Japan’s Kanamara Matsuri, or the Festival of the Steel Phallus, is sexual repression that gets set aside for one joyful day of cross-dressing, penis-shaped lollipops and, of course, a few giant phalluses and is celebrated annually on the first Sunday in April, at Kanayama Shrine in Kawasaki, just south of Tokyo.

Its origins can be traced back to an ancient Japanese legend. As the story goes, a vicious demon hid inside the vagina of a young woman after falling in love with her. Such was this entity’s jealousy that it proceeded to bite off the penises of two young men on two separate wedding nights. In the aftermath of this grisly ordeal, the woman sought help from a blacksmith who fashioned an iron phallus to break the demon’s teeth, which in turn led to the item’s enshrinement at Kanayama Shrine in Kawasaki.
It may seem strange to have a festival celebrating genitalia in Japan, given the country’s reputation for being mild-mannered, discreet and extremely private.
Though it’s not generally acceptable to discuss your sex life in public – or even admit to having one – at the Kanamara Matsuri, whole families will show up to celebrate sex, fertility and the creation of life itself.

There’s a more modern reason for Kanamara Matsuri’s popularity, too. The festival has become an outlet for certain marginalised LGBTQ groups in Japan, who often have to tone down or entirely hide their queer identities – as the infamous Japanese proverb goes, “the nail that sticks out will be hammered down”. Here, fluid gender identities and sexualities across the spectrum are celebrated, the most visible example being the group of cross-dressing men and transwomen who carry one of the portable shrines.
Sex and religion in Japan are by no means exclusive thanks to the flexibility of the Shinto, a form of worship that acknowledges and honours spirits found in nature. The Kanayama Shrine became a focal point for couples who wished to pray for fertility and good fortune in their marriage. From the 17th to the 19th century, sex workers would frequent the site to pray for either protection or cure from sexually transmitted diseases.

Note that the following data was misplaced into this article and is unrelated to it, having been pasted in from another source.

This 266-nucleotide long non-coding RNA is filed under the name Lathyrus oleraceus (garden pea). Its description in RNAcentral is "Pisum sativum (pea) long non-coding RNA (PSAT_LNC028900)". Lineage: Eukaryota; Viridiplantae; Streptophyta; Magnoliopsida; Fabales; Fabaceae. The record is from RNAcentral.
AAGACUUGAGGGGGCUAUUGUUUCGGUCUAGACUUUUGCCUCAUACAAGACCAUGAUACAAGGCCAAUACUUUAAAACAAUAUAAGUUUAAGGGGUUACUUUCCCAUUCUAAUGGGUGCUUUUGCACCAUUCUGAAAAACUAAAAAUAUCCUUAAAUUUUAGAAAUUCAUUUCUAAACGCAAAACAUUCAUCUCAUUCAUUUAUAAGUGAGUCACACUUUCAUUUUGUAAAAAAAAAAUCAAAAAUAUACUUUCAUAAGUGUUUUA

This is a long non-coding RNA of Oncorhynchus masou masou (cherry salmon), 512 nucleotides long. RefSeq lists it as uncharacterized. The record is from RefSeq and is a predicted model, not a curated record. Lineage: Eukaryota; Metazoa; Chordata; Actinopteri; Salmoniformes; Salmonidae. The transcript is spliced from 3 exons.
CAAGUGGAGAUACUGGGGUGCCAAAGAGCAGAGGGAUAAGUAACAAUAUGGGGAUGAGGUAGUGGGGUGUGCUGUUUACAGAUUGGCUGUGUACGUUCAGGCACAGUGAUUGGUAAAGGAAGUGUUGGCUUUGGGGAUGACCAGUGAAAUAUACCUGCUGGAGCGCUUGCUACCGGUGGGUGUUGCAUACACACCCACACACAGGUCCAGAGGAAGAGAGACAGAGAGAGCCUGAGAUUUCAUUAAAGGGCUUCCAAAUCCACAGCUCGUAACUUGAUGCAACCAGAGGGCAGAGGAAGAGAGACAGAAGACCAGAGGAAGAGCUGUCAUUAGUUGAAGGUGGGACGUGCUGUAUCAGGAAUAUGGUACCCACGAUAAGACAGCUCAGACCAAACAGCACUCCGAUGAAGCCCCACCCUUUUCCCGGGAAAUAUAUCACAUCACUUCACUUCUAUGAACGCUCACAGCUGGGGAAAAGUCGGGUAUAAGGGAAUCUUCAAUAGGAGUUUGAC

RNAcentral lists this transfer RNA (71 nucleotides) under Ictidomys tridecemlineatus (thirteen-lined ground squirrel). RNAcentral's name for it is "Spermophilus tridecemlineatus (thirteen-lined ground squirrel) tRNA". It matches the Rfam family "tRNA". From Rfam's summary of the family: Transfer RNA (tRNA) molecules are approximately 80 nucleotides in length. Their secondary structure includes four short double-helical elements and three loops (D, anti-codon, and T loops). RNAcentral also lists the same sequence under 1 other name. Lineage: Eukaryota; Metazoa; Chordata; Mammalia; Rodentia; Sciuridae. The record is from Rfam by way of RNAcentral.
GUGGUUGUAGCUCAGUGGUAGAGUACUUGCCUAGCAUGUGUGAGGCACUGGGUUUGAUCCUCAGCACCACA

It was around this time that the first festivals focussing on sexual health took place at the shrine, but the tradition had fizzled out by the end of the 19th century. It wasn’t until 1970 that the chief priest at the time, Hirohiko Nakamura, decided to resurrect the event, albeit on a fairly small scale, and at night. After about 40 years of this, the festival’s popularity skyrocketed when, in 2012, TV star Matsuko Deluxe – an outspoken advocate of sex positivity and LGBTQ rights – name-checked the festival. By now, it’s a fixture on the festival circuit and sees about 50,000 attendees each year.

Like many Japanese festivals, the main event is a procession of mikoshi (portable shrines). The key difference is that, in this case, the shrines contain a variety of huge phalluses, which you’ll see bobbing over the heads of the crowd as they’re carried along. The main attractions are the Kanamara Fune Mikoshi, the Big Kanamara Mikoshi and the Elizabeth Mikoshi. The first two are traditional-style floats – albeit housing huge penises, made of steel and wood respectively – and are impressive enough, but the Elizabeth Float is the uncontested star of the show.

All the mikoshi start and finish their journey at the entrance to the shrine. The round trip takes well over an hour, so you’ll have plenty of time to visit and snap a picture (after asking permission, of course).
Aside from watching the procession, you can enjoy all the traditional festival foods and activities – plus a few that you’ll only find at the Kanamara Matsuri.

On the traditional side, you’ll find delicious dishes such as yakisoba (stir-fried noodles), okonomiyaki (savoury pancakes), takoyaki (fried balls of batter with a piece of octopus inside) and the much-loved choco banana – the chocolate-dipped fruit makes the most of its already phallic shape.
The snacks exclusive to Kanamara Matsuri include penis- and vulva-shaped lollipops in various flavours. These items are probably the most popular (and Instagrammable) treat here, so be sure to buy one early in the day. If you’d rather have a drink, visit the amazake stand, where you’ll be given a small, salty fish to eat before your cup of sweet, milky amazake – apparently, the combination mimics the taste and texture of semen.


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